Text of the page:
Weight Watchers pulls data from Fitbit and Jawbone fitness trackers (updated)

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Weight Watchers pulls data from Fitbit and Jawbone fitness trackers (updated)

If you've ever belonged to Weight Watchers, you know it's pretty good at logging your food intake. But exercise? Not so much. Unless you use a qualifying pedometer, you have to manually enter your activity, which means calculating how much time you spend walking each day. Finally, though, Weight Watchers is doing the sensible thing: It's integrating its app with fitness trackers, starting with models from Jawbone and Fitbit. So, if you walk an hour while wearing your Up24 or Fitbit Flex, the Weight Watchers app will suck in that data, and convert that activity to Weight Watchers points. (People on Weight Watchers earn a sort of currency, which they can trade in for more food, if they so choose.)

Gallery: Weight Watchers opens its API | 4 Photos


As someone who until recently subscribed to Weight Watchers, I can confirm this is good news. Even with so many fitness trackers on the market, WW still has a best-in-class food database; it's simply more comprehensive than anything Fitbit or Jawbone has to offer. And, you know, the program works. That's why people pay for it. But food-logging regimens are harder to follow faithfully when you have to manually enter lots of data and indeed, it can be annoying to type in my 35 minutes of running, when I already logged it with Jawbone.

Ideally, the integration with Jawbone, etc. would be two-way: Weight Watchers would share your food log, to make up for the fact that Jawbone and Fitbit aren't as good at recording your food intake. Also, since Jawbone and Fitbit both work with WiFi scales, it would be nice if those apps could send your weight straight to Weight Watchers so that you don't have to log it manually. Alas, though, the connection is one-way-only, with Jawbone and Fitbit sending your activity data to Weight Watchers, but not the other way around. Which makes sense: Weight Watcher's food database is its crown jewel, and I can see why it doesn't want to share it. But Weight Watchers is a weight-loss program first, and a technology company second; its app isn't as polished as Jawbone or Fitbit's. To let users bring their WW data into a different app would make for a more pleasant user experience.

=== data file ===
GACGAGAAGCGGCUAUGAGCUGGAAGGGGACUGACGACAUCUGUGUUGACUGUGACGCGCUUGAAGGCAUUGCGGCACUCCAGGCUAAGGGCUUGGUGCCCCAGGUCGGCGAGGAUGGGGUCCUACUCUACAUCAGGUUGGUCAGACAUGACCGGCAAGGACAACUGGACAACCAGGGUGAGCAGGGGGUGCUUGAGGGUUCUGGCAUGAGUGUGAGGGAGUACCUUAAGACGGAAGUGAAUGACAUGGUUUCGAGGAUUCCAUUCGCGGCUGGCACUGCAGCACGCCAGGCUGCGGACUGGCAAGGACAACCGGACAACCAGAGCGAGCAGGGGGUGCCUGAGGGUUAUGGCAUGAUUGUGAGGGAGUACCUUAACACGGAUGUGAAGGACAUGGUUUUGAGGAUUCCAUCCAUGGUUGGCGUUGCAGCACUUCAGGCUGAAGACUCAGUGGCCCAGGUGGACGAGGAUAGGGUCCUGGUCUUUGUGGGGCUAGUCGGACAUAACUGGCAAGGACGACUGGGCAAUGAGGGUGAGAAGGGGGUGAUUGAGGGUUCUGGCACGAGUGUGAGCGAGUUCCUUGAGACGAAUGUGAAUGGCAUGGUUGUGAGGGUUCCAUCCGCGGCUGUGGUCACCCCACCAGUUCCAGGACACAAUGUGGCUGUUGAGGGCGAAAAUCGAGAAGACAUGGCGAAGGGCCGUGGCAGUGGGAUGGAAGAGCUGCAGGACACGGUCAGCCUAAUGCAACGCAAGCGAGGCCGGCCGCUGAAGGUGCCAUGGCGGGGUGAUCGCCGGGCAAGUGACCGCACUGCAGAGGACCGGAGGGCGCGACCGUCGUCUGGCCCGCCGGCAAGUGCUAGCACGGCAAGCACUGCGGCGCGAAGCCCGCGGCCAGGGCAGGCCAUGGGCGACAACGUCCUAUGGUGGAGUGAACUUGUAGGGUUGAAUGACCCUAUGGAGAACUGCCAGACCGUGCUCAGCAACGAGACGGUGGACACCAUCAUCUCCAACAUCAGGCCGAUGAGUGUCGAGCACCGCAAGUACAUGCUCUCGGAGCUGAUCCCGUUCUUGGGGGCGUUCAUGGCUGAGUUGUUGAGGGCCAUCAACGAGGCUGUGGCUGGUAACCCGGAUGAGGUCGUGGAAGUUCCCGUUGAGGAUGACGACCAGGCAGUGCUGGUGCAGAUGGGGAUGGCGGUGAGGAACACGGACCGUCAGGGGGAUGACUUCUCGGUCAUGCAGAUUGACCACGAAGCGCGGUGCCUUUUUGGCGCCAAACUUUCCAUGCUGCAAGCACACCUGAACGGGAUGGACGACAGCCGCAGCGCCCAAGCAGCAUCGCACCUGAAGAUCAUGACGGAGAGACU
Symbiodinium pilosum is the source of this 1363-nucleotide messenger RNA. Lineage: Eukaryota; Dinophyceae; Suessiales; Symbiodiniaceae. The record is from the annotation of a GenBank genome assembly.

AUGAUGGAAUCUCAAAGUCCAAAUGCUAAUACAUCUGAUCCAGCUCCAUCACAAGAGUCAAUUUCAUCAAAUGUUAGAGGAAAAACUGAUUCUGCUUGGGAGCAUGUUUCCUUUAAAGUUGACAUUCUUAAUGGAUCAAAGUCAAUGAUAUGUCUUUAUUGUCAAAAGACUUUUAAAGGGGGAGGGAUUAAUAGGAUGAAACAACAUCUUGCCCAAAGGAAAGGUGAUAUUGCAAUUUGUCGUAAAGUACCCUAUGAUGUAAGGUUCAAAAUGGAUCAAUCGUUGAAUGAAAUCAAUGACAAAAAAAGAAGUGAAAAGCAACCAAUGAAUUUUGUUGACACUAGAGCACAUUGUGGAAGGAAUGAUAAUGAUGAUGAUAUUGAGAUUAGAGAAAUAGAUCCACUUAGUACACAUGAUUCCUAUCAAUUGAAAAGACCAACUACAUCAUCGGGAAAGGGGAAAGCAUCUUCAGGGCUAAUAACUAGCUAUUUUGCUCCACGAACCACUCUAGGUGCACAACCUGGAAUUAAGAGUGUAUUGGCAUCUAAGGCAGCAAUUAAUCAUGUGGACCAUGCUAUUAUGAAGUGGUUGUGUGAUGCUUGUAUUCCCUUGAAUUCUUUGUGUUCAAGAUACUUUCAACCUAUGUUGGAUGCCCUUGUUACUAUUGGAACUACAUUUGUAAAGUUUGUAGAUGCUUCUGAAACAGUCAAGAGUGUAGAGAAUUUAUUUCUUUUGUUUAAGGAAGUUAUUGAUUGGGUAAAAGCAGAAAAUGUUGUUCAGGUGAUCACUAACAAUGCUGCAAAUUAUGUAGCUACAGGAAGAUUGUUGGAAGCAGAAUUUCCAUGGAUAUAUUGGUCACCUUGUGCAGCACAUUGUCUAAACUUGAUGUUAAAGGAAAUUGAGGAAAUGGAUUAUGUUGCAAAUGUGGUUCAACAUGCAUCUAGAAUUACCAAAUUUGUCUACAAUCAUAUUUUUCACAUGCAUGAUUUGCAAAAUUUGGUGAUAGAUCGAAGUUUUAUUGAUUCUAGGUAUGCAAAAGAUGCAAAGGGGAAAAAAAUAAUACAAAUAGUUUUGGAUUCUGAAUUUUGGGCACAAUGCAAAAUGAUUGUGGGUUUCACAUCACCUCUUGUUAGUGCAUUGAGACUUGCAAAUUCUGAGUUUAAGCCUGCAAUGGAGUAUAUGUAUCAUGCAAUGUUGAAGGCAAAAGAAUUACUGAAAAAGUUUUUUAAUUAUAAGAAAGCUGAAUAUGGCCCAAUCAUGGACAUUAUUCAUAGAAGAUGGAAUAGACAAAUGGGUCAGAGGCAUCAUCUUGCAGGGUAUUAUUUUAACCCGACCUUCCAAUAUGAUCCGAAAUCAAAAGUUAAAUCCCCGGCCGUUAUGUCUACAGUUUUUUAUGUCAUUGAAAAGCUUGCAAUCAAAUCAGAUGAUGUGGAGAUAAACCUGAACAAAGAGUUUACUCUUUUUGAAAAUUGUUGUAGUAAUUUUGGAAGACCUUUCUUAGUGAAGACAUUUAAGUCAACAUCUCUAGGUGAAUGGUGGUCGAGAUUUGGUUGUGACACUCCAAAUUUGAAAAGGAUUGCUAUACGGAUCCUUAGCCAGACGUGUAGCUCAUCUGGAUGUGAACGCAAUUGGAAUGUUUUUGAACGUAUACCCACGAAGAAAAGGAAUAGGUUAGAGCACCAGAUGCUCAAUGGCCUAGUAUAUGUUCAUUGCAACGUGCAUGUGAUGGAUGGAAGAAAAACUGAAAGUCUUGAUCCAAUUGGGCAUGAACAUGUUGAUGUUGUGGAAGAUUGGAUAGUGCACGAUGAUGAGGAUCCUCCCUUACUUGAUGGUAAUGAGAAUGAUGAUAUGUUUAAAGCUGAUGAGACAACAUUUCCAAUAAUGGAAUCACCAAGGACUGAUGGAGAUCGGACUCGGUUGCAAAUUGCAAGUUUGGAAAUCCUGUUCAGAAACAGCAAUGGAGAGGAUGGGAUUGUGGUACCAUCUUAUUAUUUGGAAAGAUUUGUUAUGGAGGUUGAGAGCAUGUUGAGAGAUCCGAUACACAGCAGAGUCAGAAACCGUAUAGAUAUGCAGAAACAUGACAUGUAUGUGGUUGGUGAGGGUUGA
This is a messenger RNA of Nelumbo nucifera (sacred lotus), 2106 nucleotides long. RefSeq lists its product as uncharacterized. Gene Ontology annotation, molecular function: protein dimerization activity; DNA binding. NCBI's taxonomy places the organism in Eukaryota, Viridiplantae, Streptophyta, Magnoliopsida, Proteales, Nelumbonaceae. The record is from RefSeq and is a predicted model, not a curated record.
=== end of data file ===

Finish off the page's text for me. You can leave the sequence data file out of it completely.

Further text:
For now, at least, Weight Watchers will only pull in data from Jawbone and Fitbit, though Weight Watchers says support for other devices is coming soon. Both apps are available for iOS and Android, with iOS 8 support coming soon (iOS 8 doesn't even come out until next week). Also, because the integration works with the help of Apple Health for iOS 8 (available next week), this feature will only available on iPhones and iPads. Weight Watchers declined to say if an Android version is on the way. In the spirit of choice, though, we hope it is.

Update: Looks like we were given some incorrect information. The integration with Jawbone and Fitbit will indeed work on both iOS and Android. Updates to both apps are available now. Go get 'em!

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